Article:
Teens are aware of the risks of sharing online material, Johnson says. He notes the exhaustive lengths most teens undergo to customize their privacy settings and delete content in order to curate their accounts so as not to cause trouble with parents, but also maintain a “perfect” image with their peers.
“Adolescence is naturally a time for pushing boundaries. It’s a time when kids naturally want to be at least partially away from the supervision of their parents and teachers.”
Their primary concern is what digital ethnographers call “context collapse” — a term that describes how tone, behaviours or motivations that are easily interpreted in face-to-face communication get lost in social technologies when a photo or comment is posted online.
As a result, Johnson says, apps that promise temporality, such as Snapchat — in which photo and video messages vanish after viewing them — are soaring in popularity among teens because they are an “escape valve” from the demands of their self-surveillance.
“It removes that need to think very carefully about the impression that you’re making. It lets you be casual in a way that you really can’t with Facebook or Twitter where something is expected to be permanent.”
Teens and permanence
It was the day after a party when Marlisa first saw the video.
Recordings of the 17-year-old vomiting at a high school party from January began circulating through Snapchat. Despite the app’s design to erase messages, teens figured out ways to save photos.
Because she was drunk, Marlisa says, she has little memory of what happened.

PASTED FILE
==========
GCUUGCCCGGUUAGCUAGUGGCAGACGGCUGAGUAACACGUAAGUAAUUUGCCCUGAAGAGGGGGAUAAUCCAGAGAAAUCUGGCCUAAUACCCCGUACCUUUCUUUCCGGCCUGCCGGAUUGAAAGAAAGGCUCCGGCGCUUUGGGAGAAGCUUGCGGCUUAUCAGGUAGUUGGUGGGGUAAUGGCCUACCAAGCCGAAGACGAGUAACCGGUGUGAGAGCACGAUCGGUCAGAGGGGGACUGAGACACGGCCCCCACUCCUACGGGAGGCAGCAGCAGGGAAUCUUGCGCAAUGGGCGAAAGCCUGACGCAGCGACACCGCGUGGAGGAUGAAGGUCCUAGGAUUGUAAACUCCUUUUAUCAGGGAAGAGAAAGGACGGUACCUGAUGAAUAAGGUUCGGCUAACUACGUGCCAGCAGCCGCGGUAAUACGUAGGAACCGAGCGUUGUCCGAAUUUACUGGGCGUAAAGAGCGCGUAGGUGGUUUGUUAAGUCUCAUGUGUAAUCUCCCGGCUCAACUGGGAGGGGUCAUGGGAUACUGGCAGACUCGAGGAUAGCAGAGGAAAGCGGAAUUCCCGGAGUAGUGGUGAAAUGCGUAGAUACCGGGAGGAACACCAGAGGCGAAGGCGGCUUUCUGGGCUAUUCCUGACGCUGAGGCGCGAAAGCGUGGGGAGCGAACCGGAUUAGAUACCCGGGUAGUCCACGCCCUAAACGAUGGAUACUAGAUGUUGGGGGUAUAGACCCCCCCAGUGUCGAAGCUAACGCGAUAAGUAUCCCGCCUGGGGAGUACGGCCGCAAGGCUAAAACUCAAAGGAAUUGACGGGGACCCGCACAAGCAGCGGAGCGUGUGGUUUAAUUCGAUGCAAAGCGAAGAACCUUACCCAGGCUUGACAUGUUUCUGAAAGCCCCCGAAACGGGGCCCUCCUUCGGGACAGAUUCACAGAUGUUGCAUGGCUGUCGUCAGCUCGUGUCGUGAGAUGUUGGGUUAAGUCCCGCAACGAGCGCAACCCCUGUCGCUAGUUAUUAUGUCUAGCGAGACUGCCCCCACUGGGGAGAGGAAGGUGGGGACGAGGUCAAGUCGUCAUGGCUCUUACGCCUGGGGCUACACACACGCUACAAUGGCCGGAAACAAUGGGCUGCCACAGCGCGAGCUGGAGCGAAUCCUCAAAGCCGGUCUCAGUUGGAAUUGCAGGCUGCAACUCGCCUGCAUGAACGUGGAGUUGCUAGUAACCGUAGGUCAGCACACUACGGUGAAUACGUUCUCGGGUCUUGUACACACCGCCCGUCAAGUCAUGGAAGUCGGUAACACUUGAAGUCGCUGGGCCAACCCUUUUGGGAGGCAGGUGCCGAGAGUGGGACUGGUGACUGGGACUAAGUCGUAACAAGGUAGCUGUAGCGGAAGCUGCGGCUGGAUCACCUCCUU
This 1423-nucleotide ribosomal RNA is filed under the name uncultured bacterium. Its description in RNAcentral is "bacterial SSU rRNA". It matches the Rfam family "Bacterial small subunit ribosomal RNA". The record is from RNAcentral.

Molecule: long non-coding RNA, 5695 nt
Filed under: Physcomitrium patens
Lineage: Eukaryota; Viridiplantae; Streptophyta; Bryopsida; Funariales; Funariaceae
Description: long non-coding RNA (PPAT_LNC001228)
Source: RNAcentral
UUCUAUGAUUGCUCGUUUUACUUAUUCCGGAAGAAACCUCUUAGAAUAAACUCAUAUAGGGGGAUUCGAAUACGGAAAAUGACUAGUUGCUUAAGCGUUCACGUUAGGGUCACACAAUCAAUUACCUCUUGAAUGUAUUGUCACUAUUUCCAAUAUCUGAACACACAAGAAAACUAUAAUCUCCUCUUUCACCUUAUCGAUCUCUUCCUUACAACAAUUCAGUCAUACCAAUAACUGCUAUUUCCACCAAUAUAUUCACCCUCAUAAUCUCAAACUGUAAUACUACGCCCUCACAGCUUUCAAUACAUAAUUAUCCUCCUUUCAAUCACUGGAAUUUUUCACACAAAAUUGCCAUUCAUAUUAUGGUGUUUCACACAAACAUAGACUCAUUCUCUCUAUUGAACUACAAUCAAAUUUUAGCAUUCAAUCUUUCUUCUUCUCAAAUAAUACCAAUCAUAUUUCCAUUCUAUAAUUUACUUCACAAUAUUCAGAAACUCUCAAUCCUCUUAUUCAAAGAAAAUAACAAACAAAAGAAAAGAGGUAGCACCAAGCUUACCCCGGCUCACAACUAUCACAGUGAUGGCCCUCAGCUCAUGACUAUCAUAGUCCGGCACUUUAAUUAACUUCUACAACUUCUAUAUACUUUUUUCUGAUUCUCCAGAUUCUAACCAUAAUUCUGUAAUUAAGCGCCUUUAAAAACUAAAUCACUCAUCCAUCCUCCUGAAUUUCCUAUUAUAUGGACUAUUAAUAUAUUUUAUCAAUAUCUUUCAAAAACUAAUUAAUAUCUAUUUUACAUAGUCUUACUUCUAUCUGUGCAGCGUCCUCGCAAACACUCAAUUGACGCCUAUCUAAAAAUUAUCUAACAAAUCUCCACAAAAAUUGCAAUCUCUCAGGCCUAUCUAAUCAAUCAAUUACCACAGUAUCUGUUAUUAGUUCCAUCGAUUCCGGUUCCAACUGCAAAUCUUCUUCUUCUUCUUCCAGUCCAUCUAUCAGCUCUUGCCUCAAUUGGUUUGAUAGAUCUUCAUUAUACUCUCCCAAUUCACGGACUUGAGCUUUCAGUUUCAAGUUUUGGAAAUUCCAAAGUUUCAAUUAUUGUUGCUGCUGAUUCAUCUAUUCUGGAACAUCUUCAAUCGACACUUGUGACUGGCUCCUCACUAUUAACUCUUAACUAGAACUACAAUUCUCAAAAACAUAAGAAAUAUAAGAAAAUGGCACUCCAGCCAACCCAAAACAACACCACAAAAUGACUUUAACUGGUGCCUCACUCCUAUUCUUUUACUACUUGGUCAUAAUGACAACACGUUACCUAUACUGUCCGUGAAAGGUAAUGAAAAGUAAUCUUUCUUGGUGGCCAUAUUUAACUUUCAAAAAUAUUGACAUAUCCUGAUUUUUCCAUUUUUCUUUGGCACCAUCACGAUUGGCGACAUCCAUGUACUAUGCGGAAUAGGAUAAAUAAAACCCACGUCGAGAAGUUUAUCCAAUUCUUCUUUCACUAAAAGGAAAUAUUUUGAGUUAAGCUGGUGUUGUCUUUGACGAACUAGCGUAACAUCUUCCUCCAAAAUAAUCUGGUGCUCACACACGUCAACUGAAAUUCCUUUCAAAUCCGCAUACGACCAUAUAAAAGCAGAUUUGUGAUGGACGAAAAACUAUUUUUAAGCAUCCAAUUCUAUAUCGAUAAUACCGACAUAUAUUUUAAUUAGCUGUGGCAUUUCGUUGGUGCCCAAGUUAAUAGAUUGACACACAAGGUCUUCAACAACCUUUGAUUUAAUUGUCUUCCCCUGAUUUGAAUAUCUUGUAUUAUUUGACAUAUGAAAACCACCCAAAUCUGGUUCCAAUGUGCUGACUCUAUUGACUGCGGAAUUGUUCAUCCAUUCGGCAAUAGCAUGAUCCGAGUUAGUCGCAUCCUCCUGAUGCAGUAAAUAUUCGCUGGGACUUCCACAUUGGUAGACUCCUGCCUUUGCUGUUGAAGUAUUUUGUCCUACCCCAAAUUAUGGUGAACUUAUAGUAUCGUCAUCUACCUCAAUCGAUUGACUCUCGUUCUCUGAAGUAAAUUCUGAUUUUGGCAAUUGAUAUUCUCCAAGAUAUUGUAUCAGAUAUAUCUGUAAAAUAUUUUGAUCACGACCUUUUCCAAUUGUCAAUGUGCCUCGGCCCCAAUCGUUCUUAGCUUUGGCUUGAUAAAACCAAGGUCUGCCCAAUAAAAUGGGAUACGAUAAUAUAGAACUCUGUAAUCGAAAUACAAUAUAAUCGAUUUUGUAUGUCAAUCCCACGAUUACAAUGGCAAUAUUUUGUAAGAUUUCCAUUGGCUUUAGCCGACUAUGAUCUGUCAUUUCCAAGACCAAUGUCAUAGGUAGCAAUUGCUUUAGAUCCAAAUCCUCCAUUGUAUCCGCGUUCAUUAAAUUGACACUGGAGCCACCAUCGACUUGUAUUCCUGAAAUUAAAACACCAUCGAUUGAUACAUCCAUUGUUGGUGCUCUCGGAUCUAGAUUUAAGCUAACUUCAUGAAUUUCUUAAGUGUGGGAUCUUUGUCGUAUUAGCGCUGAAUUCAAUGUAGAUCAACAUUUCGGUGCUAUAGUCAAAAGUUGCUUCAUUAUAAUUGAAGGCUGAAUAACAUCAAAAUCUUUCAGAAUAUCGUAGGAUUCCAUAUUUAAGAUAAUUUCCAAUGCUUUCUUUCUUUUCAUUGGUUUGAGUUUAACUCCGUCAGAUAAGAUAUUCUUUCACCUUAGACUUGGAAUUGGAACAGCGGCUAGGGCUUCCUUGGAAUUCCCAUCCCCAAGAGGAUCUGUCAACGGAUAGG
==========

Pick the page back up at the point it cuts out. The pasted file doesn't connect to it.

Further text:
“I was like, ‘Oh my God,’ but I didn’t feel bad because I was drunk so, like, there’s an excuse,” she says. “Because I’m of the age of, like, this is what you would expect.”
Digital permanence is the most difficult lesson for teens to learn in digital literacy, Johnson says.
He said most teens grasp the basics: Online content can be viewed by unintended third parties and then copied and reproduced without their knowledge.
“When we talk about digital permanence, it’s frequently phrased in terms of, ‘A teacher might see this,’ or ‘An admissions officer might see this,’ or ‘A future employer might see this,’” he said.
But that’s the crux of the problem: The struggle to get teens to consider long-term consequences, not simply what their friends might think, which Johnson says was a challenge well before the invention of social media.
“Obviously permanence is general and is a difficult idea for teens. It’s not in their nature to see too far beyond the horizon.”
The perceived tendency for teens to over-share also points to the boundaries (or lack thereof) that young people are still in the midst of developing throughout adolescence, says teen clinical psychologist Dr. Larry Borins.